Academic journal article American Journal of Entrepreneurship

Microfinance Institutions: A Profitable Investment Alternative?

Academic journal article American Journal of Entrepreneurship

Microfinance Institutions: A Profitable Investment Alternative?

Article excerpt

INTRODUCTION

The Microfinance Institution (MFI) literature in recent years has seen an increased focus on financial sustainability as the MFIs continue to grow and develop. Microfinance is thought to be important to development because of the social benefits it brings (Armendáriz and Morduch 2010, Yunus 2003, and Karlen and Appel 2011). It helps the poorest of the poor escape of poverty. It helps people escape debt bondage. Moreover, microfinance can increase womens' empowerment in two important ways. Microfinance gives women more money and that alone seems to bring empowerment, but unlike other types of aid, microfinance does not bring aid dependency. Many hope that attitudes towards women will change when women support themselves with their own businesses.

However, in order to achieve its full potential, an MFI needs to be self-sufficient in a financial context so that it no longer has to rely on donors, subsidized grants or loans, NGOs, or government programs for its continued operations. There is a growing literature focusing on this need for sustainability which has used measures such as operational sustainability, financial sustainability and return on assets as measures of MFI performance (Ayayi and Sene, 2010, Hasan, Hassan, and Uddin, 2009, Crabb, 2008, Hartarska, and Nadolnyak, 2007, Morduch, 1999). However, to this point no one has examined MFI return on equity (ROE) as a measure of performance.

The reason for the lack of emphasis on return on equity as a measure of performance makes sense if the MFI operates as a non-profit entity. However, more and more MFIs are organizing as banks, non-bank financial institutions, or rural banks. These organizational forms allow for the MFI to enter the capital markets in search of funds. Indeed, in August 2010 Indian microlender SKS Microfinance Ltd. saw strong demand for its initial public offering (Wall Street Journal 2010). The Grameen Foundation and Standard Chartered Bank hosted a conference in February 2010 for MFIs in East Africa where attendees could learn about "best practices for structuring their operations to attract and manage commercial financing, including advice on securing equity financing and managing debt financing" (PRNewswire 2010). As early as October 2008, AIG announced plans to invest equity in Blue Intercontinental Micro Finance Bank through AIG Global Emerging Markets Fund II, L.P. (Investment Business Weekly 2008). Compartamos went public in April 2007 and sold $468 million in shares on the Mexican stock market (Malkin 2008). As can be seen from these examples, MFIs are moving into the capital and private equity markets. According to the Microfinance Information Exchange (MIX) market database, of 1084 MFIs reporting data, 38 percent declared themselves as for-profit organizations. This represents a substantial increase from the 1999 benchmark data series where, of 57 MFIs reporting data, only 23 percent designated themselves as for-profit. Given this significant emerging market trend, it makes sense to examine what factors drive profitability for equity investors in MFIs. Therefore, studying ROE as a measure of MFI performance is increasingly valid and relevant.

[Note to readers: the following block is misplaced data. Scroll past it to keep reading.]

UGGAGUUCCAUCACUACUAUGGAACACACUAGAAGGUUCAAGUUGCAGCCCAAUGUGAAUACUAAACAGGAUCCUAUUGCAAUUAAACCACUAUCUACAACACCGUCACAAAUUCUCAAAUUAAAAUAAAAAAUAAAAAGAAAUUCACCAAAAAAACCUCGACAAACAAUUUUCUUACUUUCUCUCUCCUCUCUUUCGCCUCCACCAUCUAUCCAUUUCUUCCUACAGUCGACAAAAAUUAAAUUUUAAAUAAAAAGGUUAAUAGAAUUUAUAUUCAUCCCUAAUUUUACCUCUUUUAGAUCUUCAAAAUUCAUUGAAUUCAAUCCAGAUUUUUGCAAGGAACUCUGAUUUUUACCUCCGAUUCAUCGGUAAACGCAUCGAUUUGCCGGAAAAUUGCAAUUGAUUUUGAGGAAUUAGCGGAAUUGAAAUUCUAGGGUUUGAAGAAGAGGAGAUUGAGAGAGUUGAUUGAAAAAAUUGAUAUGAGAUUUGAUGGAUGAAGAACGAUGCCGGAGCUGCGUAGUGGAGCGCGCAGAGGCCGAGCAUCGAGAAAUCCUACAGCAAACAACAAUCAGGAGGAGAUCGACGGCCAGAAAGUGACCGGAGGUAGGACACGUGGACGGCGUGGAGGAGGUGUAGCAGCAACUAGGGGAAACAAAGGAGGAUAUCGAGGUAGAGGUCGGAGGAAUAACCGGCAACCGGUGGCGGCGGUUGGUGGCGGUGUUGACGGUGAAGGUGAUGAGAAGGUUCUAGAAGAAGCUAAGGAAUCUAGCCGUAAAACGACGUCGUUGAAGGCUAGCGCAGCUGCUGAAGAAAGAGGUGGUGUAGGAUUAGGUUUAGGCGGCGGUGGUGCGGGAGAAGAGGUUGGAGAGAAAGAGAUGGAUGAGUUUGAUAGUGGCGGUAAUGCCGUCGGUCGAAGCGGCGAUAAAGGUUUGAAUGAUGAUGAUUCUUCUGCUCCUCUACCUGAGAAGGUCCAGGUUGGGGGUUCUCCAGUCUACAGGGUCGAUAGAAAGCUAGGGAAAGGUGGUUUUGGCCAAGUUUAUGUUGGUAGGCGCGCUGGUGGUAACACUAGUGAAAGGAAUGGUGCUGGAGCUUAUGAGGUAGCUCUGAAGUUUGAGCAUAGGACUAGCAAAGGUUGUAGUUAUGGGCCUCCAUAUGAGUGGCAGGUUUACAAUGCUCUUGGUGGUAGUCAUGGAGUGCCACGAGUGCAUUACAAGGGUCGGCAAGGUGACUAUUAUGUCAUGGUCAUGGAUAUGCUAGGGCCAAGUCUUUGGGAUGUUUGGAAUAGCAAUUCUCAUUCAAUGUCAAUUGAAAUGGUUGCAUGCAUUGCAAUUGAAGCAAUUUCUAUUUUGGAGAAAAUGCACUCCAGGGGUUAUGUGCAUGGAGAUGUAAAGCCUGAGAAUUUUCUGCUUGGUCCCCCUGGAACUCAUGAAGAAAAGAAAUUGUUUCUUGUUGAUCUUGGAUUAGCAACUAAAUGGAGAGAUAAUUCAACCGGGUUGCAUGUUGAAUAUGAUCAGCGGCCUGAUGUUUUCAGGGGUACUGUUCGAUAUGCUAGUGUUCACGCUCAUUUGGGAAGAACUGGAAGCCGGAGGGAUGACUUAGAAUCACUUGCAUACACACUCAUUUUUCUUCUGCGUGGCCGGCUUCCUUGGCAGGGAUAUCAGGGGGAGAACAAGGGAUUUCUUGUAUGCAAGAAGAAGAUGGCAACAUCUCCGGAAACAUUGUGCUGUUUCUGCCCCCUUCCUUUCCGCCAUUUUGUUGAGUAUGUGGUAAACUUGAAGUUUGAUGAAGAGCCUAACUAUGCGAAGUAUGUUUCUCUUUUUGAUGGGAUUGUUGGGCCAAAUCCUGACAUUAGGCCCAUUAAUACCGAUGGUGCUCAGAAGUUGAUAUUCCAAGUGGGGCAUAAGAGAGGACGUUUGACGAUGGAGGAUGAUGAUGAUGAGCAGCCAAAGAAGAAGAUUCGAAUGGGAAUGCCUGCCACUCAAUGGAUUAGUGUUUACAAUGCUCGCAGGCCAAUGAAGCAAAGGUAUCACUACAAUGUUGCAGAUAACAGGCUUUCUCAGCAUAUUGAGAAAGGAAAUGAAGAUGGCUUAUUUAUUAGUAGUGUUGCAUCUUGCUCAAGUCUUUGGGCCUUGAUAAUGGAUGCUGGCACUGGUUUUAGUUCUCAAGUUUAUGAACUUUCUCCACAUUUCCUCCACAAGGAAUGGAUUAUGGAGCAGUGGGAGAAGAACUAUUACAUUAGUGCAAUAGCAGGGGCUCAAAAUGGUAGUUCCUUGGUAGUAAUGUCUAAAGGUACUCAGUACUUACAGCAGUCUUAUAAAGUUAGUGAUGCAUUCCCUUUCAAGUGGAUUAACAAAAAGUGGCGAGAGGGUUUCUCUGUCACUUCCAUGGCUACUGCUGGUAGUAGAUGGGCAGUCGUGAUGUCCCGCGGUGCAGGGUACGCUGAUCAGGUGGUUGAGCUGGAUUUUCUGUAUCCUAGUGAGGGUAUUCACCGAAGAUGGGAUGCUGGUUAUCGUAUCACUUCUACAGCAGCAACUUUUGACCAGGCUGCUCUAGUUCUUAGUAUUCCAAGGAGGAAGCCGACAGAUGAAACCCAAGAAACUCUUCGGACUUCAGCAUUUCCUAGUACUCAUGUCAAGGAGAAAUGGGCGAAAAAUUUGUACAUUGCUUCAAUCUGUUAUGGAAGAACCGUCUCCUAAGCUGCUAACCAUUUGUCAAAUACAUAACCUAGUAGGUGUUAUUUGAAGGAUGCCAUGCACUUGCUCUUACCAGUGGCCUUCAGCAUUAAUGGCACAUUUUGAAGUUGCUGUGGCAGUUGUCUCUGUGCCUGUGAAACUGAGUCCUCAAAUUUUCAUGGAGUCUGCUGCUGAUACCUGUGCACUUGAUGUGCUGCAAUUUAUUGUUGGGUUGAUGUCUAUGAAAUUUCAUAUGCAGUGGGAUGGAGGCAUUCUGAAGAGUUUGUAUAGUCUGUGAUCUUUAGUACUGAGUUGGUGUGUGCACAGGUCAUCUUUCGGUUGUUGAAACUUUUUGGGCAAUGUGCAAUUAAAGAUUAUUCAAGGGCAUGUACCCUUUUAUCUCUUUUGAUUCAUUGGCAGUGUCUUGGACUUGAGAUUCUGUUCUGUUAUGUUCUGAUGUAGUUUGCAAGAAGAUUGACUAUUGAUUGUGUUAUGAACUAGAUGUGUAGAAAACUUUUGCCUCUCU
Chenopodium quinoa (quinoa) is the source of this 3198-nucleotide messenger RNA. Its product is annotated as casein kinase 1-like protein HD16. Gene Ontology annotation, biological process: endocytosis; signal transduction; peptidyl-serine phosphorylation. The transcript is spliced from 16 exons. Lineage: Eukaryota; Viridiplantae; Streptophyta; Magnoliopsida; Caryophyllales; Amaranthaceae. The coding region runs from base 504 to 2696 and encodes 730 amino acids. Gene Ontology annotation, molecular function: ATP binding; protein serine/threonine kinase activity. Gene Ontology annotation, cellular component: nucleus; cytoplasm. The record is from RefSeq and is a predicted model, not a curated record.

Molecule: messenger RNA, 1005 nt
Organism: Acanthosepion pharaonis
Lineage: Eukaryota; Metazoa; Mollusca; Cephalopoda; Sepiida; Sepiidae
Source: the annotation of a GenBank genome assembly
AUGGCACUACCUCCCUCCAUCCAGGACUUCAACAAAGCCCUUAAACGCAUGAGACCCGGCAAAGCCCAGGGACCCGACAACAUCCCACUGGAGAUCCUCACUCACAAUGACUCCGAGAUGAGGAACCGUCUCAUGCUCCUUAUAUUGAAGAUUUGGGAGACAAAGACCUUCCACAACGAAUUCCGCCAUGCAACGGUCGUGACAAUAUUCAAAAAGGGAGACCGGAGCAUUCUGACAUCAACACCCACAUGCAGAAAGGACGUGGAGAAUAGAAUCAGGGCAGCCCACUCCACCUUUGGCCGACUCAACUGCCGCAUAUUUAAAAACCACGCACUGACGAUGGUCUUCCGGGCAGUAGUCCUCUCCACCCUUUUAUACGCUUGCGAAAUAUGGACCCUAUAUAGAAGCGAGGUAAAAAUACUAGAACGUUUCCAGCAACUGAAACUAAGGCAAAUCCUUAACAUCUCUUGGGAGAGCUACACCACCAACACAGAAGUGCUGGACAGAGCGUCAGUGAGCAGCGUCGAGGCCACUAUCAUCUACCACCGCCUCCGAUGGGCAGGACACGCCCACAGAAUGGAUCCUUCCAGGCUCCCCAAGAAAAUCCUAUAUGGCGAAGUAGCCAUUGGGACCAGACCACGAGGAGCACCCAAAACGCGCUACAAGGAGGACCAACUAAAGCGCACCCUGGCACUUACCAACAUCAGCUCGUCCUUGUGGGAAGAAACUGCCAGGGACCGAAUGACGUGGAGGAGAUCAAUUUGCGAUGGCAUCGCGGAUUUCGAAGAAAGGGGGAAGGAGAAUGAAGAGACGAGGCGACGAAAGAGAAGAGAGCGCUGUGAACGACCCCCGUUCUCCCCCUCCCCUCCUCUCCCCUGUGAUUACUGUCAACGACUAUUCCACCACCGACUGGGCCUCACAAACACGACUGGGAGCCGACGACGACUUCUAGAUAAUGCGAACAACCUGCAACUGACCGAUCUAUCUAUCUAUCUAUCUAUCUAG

Sustainability for commercial banks and bank-like institutions requires a competitive return on equity. Whether as banks, non-bank financial institutions (NBFIs), or rural banks, MFIs will require equity investors to achieve sustainability. Attracting those investors will require MFIs to offer competitive ROE. On the other side of that coin, investors searching for new investment vehicles are increasingly considering adding MFI investments to their portfolios. To date relatively few MFIs have become fully operationally self-sufficient, including a sufficient ROE. However, potential investors would have an interest in analysis which helps investors to predict which MFIs might offer sufficient ROE in the future. Accordingly, for this study, our focus is on what factors influence the return on equity reported by MFIs to the MIX market database. …

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